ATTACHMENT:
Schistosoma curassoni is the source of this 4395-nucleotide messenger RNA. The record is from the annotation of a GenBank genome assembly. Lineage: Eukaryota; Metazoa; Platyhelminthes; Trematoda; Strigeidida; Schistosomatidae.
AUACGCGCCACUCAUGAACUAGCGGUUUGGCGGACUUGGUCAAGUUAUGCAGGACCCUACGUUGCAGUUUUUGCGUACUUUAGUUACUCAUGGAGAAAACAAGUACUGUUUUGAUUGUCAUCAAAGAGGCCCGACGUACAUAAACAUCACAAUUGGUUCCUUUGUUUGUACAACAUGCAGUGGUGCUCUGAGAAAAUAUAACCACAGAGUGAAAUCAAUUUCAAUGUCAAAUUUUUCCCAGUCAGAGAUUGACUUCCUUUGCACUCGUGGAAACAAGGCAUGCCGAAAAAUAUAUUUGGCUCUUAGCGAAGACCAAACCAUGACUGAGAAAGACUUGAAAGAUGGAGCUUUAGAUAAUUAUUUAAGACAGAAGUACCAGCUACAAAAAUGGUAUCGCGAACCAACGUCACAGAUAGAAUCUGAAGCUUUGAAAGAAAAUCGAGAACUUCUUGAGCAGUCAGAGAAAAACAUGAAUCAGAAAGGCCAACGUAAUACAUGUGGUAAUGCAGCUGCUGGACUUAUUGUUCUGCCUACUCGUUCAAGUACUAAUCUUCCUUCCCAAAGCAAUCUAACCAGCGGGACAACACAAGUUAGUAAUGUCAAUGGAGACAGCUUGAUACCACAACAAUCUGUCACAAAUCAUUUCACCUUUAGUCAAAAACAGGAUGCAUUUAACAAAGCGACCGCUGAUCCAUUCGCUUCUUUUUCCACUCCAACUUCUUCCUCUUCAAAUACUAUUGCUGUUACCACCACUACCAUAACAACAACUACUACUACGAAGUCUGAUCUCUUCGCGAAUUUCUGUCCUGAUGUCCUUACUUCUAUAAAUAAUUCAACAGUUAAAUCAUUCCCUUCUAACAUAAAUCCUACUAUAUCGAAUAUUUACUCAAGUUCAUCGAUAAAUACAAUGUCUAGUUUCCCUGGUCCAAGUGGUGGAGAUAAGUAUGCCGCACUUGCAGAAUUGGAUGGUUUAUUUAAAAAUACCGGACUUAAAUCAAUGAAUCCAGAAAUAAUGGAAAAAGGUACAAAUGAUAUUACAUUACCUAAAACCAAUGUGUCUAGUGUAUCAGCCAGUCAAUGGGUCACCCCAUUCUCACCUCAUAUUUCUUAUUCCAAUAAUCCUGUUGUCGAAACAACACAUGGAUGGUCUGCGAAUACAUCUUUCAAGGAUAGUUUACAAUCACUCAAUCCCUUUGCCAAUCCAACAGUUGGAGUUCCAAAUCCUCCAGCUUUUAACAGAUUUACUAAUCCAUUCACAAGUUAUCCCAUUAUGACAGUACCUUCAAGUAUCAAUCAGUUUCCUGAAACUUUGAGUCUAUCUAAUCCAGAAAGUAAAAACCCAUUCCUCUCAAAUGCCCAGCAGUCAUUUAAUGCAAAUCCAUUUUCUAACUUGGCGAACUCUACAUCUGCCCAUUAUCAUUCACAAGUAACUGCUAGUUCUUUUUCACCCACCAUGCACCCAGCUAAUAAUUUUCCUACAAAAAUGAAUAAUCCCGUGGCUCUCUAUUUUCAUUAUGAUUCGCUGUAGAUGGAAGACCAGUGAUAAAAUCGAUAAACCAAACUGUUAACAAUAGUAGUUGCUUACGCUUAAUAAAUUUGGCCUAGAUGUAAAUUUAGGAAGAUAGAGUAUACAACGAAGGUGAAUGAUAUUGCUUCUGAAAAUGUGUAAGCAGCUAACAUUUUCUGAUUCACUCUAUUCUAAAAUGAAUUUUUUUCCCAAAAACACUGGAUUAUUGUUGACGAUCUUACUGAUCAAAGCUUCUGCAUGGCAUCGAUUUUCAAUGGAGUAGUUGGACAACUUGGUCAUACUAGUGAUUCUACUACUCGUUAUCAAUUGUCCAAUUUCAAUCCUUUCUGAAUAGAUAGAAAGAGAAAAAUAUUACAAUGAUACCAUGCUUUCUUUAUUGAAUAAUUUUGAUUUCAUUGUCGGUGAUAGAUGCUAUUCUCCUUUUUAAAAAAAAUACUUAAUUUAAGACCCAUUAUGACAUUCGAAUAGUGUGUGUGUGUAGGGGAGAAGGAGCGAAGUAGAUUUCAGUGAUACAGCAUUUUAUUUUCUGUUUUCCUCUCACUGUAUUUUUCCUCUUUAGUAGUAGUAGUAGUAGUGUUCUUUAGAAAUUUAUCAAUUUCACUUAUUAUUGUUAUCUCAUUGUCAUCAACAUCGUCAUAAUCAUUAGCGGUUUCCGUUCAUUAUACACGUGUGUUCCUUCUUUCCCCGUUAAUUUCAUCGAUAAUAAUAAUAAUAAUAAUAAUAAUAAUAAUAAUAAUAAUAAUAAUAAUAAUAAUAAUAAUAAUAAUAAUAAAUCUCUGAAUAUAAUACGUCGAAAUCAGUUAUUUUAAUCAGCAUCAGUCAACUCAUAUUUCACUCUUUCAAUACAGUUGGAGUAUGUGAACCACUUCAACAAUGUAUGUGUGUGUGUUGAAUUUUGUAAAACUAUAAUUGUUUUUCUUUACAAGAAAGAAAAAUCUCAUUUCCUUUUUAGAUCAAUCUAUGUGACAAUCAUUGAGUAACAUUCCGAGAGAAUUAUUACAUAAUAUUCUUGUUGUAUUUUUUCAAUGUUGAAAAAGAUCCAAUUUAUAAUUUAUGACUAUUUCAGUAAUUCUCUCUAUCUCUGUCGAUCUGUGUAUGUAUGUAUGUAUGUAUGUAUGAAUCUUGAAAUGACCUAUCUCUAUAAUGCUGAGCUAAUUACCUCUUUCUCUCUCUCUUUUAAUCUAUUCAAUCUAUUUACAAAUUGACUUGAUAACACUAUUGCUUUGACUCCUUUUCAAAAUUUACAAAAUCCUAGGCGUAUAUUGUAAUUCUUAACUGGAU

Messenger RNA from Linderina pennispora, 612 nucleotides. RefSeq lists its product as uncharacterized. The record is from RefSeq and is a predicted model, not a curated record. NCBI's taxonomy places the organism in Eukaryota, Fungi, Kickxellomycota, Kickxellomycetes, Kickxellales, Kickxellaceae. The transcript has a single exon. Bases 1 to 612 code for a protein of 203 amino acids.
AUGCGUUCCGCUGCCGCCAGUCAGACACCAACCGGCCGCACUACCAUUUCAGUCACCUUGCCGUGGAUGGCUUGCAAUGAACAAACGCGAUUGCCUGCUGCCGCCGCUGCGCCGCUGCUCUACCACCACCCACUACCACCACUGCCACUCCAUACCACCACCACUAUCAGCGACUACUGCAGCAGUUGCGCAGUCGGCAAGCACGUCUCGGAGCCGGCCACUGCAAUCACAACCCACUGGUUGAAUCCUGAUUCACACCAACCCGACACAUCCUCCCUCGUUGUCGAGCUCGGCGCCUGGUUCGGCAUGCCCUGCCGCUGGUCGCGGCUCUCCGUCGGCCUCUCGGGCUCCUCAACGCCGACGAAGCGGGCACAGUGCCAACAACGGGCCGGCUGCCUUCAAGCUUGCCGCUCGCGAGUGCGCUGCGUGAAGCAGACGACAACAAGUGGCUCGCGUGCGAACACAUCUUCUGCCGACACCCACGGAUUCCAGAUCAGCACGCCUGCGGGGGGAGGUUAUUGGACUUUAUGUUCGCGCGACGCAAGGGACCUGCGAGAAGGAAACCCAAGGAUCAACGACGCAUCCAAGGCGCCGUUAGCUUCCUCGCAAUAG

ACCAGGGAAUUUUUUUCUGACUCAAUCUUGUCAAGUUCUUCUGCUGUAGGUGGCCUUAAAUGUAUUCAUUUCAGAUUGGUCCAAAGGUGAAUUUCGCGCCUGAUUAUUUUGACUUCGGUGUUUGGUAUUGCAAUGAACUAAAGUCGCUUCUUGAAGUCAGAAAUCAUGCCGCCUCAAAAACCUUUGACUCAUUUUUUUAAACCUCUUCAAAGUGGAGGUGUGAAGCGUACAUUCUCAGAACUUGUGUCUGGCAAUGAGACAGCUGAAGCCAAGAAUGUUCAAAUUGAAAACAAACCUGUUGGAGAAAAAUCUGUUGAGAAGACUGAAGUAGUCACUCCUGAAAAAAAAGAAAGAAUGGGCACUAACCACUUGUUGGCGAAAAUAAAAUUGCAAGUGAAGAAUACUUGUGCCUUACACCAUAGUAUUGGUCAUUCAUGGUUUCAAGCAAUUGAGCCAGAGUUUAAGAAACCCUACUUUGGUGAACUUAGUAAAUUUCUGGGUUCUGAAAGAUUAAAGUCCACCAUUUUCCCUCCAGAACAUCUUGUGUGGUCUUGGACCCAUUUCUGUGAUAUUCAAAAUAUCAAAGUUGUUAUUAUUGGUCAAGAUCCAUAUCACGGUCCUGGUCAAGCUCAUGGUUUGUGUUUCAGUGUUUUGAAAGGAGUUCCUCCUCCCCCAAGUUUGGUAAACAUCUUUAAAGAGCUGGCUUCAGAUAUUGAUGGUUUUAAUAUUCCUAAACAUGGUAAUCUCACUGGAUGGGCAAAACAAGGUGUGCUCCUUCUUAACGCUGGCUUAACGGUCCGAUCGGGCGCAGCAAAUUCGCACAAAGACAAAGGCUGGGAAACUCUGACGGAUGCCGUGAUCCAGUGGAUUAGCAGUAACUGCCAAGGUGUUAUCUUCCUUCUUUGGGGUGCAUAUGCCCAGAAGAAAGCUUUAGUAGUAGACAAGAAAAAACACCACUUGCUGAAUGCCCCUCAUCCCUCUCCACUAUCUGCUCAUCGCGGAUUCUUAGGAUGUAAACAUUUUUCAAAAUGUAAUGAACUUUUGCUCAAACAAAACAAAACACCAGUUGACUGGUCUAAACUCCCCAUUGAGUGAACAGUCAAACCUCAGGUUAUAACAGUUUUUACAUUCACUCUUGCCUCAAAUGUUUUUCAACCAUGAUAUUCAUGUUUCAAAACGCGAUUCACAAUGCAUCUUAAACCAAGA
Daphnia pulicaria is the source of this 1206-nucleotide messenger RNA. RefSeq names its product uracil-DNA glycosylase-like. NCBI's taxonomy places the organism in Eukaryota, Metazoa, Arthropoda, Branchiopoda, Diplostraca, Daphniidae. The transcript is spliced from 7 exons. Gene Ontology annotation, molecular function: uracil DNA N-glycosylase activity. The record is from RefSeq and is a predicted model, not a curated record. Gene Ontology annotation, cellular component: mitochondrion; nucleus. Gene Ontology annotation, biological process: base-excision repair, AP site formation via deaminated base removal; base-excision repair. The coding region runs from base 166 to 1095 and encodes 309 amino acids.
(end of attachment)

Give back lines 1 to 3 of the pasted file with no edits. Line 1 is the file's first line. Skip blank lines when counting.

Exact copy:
Schistosoma curassoni is the source of this 4395-nucleotide messenger RNA. The record is from the annotation of a GenBank genome assembly. Lineage: Eukaryota; Metazoa; Platyhelminthes; Trematoda; Strigeidida; Schistosomatidae.
AUACGCGCCACUCAUGAACUAGCGGUUUGGCGGACUUGGUCAAGUUAUGCAGGACCCUACGUUGCAGUUUUUGCGUACUUUAGUUACUCAUGGAGAAAACAAGUACUGUUUUGAUUGUCAUCAAAGAGGCCCGACGUACAUAAACAUCACAAUUGGUUCCUUUGUUUGUACAACAUGCAGUGGUGCUCUGAGAAAAUAUAACCACAGAGUGAAAUCAAUUUCAAUGUCAAAUUUUUCCCAGUCAGAGAUUGACUUCCUUUGCACUCGUGGAAACAAGGCAUGCCGAAAAAUAUAUUUGGCUCUUAGCGAAGACCAAACCAUGACUGAGAAAGACUUGAAAGAUGGAGCUUUAGAUAAUUAUUUAAGACAGAAGUACCAGCUACAAAAAUGGUAUCGCGAACCAACGUCACAGAUAGAAUCUGAAGCUUUGAAAGAAAAUCGAGAACUUCUUGAGCAGUCAGAGAAAAACAUGAAUCAGAAAGGCCAACGUAAUACAUGUGGUAAUGCAGCUGCUGGACUUAUUGUUCUGCCUACUCGUUCAAGUACUAAUCUUCCUUCCCAAAGCAAUCUAACCAGCGGGACAACACAAGUUAGUAAUGUCAAUGGAGACAGCUUGAUACCACAACAAUCUGUCACAAAUCAUUUCACCUUUAGUCAAAAACAGGAUGCAUUUAACAAAGCGACCGCUGAUCCAUUCGCUUCUUUUUCCACUCCAACUUCUUCCUCUUCAAAUACUAUUGCUGUUACCACCACUACCAUAACAACAACUACUACUACGAAGUCUGAUCUCUUCGCGAAUUUCUGUCCUGAUGUCCUUACUUCUAUAAAUAAUUCAACAGUUAAAUCAUUCCCUUCUAACAUAAAUCCUACUAUAUCGAAUAUUUACUCAAGUUCAUCGAUAAAUACAAUGUCUAGUUUCCCUGGUCCAAGUGGUGGAGAUAAGUAUGCCGCACUUGCAGAAUUGGAUGGUUUAUUUAAAAAUACCGGACUUAAAUCAAUGAAUCCAGAAAUAAUGGAAAAAGGUACAAAUGAUAUUACAUUACCUAAAACCAAUGUGUCUAGUGUAUCAGCCAGUCAAUGGGUCACCCCAUUCUCACCUCAUAUUUCUUAUUCCAAUAAUCCUGUUGUCGAAACAACACAUGGAUGGUCUGCGAAUACAUCUUUCAAGGAUAGUUUACAAUCACUCAAUCCCUUUGCCAAUCCAACAGUUGGAGUUCCAAAUCCUCCAGCUUUUAACAGAUUUACUAAUCCAUUCACAAGUUAUCCCAUUAUGACAGUACCUUCAAGUAUCAAUCAGUUUCCUGAAACUUUGAGUCUAUCUAAUCCAGAAAGUAAAAACCCAUUCCUCUCAAAUGCCCAGCAGUCAUUUAAUGCAAAUCCAUUUUCUAACUUGGCGAACUCUACAUCUGCCCAUUAUCAUUCACAAGUAACUGCUAGUUCUUUUUCACCCACCAUGCACCCAGCUAAUAAUUUUCCUACAAAAAUGAAUAAUCCCGUGGCUCUCUAUUUUCAUUAUGAUUCGCUGUAGAUGGAAGACCAGUGAUAAAAUCGAUAAACCAAACUGUUAACAAUAGUAGUUGCUUACGCUUAAUAAAUUUGGCCUAGAUGUAAAUUUAGGAAGAUAGAGUAUACAACGAAGGUGAAUGAUAUUGCUUCUGAAAAUGUGUAAGCAGCUAACAUUUUCUGAUUCACUCUAUUCUAAAAUGAAUUUUUUUCCCAAAAACACUGGAUUAUUGUUGACGAUCUUACUGAUCAAAGCUUCUGCAUGGCAUCGAUUUUCAAUGGAGUAGUUGGACAACUUGGUCAUACUAGUGAUUCUACUACUCGUUAUCAAUUGUCCAAUUUCAAUCCUUUCUGAAUAGAUAGAAAGAGAAAAAUAUUACAAUGAUACCAUGCUUUCUUUAUUGAAUAAUUUUGAUUUCAUUGUCGGUGAUAGAUGCUAUUCUCCUUUUUAAAAAAAAUACUUAAUUUAAGACCCAUUAUGACAUUCGAAUAGUGUGUGUGUGUAGGGGAGAAGGAGCGAAGUAGAUUUCAGUGAUACAGCAUUUUAUUUUCUGUUUUCCUCUCACUGUAUUUUUCCUCUUUAGUAGUAGUAGUAGUAGUGUUCUUUAGAAAUUUAUCAAUUUCACUUAUUAUUGUUAUCUCAUUGUCAUCAACAUCGUCAUAAUCAUUAGCGGUUUCCGUUCAUUAUACACGUGUGUUCCUUCUUUCCCCGUUAAUUUCAUCGAUAAUAAUAAUAAUAAUAAUAAUAAUAAUAAUAAUAAUAAUAAUAAUAAUAAUAAUAAUAAUAAUAAUAAUAAAUCUCUGAAUAUAAUACGUCGAAAUCAGUUAUUUUAAUCAGCAUCAGUCAACUCAUAUUUCACUCUUUCAAUACAGUUGGAGUAUGUGAACCACUUCAACAAUGUAUGUGUGUGUGUUGAAUUUUGUAAAACUAUAAUUGUUUUUCUUUACAAGAAAGAAAAAUCUCAUUUCCUUUUUAGAUCAAUCUAUGUGACAAUCAUUGAGUAACAUUCCGAGAGAAUUAUUACAUAAUAUUCUUGUUGUAUUUUUUCAAUGUUGAAAAAGAUCCAAUUUAUAAUUUAUGACUAUUUCAGUAAUUCUCUCUAUCUCUGUCGAUCUGUGUAUGUAUGUAUGUAUGUAUGUAUGAAUCUUGAAAUGACCUAUCUCUAUAAUGCUGAGCUAAUUACCUCUUUCUCUCUCUCUUUUAAUCUAUUCAAUCUAUUUACAAAUUGACUUGAUAACACUAUUGCUUUGACUCCUUUUCAAAAUUUACAAAAUCCUAGGCGUAUAUUGUAAUUCUUAACUGGAU

Messenger RNA from Linderina pennispora, 612 nucleotides. RefSeq lists its product as uncharacterized. The record is from RefSeq and is a predicted model, not a curated record. NCBI's taxonomy places the organism in Eukaryota, Fungi, Kickxellomycota, Kickxellomycetes, Kickxellales, Kickxellaceae. The transcript has a single exon. Bases 1 to 612 code for a protein of 203 amino acids.